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New California Prison System Plan

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Sacramento, CA — The California Department of Corrections and Rehabilitation (CDCR) today released a plan to cut billions in spending, comply with federal court orders for inmate health care and improve the operation of California’s prison system. The plan is titled “The Future of California Corrections: A Blueprint to Save Billions of Dollars, End Federal Oversight, and Improve the Prison System.”

CDCR Secretary Matthew Cate says, “This plan will go a long way towards making our correctional system more efficient and secure and, at the same time, lower our high recidivism rates.”

According to CDCR’s blog the plan will:

  • Reduce CDCR’s annual budget by more than $1.5 billion
  • Close the California Rehabilitation Center saving $160 million dollars
  • Eliminate $4.1 billion in construction projects that are no longer needed because of population reductions
  • Eliminate $2.2 billion annually that would have been spent had Realignment not been implemented
  • Return all out-of-state inmates by 2016
  • Satisfy the U.S. Supreme Court’s order to lower the state’s prison population
  • Satisfy the federal courts that CDCR has achieved and maintained constitutional levels of medical, mental health and dental care to avoid costly oversight
  • Incorporate a standardized staffing formula to better manage staff levels and cost
  • Improve the classification system to provide proper inmate housing placement and reduce the reliance on costly high-security facilities.

When realignment is fully implemented, CDCR expenditures will drop by 18 percent overall.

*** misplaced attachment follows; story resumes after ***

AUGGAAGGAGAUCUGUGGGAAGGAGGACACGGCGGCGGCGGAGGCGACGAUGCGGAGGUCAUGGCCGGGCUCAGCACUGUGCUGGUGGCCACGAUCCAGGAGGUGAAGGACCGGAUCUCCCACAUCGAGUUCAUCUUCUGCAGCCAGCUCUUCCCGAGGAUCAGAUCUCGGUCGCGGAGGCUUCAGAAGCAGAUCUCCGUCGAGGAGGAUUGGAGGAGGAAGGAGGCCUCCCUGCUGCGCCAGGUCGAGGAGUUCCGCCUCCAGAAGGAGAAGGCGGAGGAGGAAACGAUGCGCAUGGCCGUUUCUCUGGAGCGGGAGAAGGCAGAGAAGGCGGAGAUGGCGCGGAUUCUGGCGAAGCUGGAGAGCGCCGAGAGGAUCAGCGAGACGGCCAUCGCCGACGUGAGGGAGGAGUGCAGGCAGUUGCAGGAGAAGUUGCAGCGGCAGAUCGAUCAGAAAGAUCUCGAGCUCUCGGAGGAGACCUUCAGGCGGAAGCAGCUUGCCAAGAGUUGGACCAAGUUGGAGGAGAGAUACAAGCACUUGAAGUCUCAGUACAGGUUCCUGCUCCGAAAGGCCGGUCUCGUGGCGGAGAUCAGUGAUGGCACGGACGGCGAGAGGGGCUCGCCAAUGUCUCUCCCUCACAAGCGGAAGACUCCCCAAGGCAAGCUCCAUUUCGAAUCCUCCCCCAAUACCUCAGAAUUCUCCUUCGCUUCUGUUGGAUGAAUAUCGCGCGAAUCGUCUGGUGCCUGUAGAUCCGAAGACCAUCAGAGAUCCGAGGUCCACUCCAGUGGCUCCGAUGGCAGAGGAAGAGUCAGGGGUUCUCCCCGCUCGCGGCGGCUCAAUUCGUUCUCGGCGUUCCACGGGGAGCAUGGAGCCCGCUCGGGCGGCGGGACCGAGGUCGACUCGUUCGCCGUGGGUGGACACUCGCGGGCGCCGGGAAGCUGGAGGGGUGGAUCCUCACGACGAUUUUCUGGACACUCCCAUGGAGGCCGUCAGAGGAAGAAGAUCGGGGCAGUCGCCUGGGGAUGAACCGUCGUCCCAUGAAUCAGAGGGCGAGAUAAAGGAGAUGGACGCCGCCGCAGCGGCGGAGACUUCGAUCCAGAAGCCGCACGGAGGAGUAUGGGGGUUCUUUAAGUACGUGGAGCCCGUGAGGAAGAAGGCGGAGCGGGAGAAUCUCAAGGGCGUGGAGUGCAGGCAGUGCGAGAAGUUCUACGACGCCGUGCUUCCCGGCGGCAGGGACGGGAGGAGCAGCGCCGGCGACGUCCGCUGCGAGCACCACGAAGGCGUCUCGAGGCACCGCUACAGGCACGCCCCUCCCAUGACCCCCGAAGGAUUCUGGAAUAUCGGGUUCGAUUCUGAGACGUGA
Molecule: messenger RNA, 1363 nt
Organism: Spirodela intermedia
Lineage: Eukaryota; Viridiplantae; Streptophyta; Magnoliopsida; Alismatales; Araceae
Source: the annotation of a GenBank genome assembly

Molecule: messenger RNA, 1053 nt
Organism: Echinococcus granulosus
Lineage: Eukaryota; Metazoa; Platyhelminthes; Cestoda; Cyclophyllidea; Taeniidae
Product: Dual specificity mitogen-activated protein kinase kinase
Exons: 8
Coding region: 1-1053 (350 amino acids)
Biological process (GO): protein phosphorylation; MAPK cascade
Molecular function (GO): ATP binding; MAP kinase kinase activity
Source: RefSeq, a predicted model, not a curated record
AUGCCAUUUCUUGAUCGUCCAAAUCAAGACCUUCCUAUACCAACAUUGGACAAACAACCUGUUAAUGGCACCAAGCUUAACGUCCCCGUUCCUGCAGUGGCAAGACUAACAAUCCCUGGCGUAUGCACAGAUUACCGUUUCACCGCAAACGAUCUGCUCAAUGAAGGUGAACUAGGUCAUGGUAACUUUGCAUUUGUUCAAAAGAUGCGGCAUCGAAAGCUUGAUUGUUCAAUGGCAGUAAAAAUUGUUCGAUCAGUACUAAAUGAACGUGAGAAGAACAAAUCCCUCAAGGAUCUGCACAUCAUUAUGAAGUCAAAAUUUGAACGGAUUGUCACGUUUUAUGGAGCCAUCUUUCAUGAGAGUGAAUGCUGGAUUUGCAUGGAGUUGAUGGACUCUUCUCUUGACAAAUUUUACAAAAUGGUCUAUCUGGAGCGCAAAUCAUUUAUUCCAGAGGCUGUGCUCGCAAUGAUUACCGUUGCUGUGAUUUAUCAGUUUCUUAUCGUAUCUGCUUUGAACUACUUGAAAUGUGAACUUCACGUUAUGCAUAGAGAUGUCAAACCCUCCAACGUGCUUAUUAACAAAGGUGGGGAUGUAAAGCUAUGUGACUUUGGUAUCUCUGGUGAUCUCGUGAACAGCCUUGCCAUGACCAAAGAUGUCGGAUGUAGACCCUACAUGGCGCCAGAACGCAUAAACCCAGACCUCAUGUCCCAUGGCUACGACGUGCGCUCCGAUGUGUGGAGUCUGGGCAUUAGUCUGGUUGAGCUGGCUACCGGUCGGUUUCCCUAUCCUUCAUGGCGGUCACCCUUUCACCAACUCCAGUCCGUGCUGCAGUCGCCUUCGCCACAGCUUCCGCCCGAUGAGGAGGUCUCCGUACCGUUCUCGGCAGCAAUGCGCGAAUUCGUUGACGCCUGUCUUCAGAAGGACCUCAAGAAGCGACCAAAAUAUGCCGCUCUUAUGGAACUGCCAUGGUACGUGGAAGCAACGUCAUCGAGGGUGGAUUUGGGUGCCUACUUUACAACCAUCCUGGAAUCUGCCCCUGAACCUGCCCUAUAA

CDCR has responded to a string of class-action lawsuits dating back to 1990 challenging the levels of medical, mental health and dental care for inmates. In 2006, federal courts appointed a federal court-appointed Receiver to bring health care up to constitutional standards. Mental health care is overseen by a Special Master and dental care is monitored by Court Experts.

Mental health bed waiting lists that were once hundreds of patients long have fallen sharply or been eliminated. 30 out of 33 prisons passed audits of their dental program, the remainder expected to pass soon.

Many of the improvements are due to the reduction in prison overcrowding made possible by Public Safety Realignment signed into law by Governor Edmund G. Brown Jr. last year.

Since Public Safety Realignment took effect, CDCR’s offender population has dropped by approximately 22,000 inmates and 16,000 parolees.

“Realignment has given California a historic opportunity to invest in a prison system that is not just less crowded, but more efficient, while saving billions of state taxpayer dollars,” said Cate.

To see the 244 page plan, “The Future of California Corrections: A Blueprint to Save Billions of Dollars, End Federal Oversight, and Improve the Prison System” click: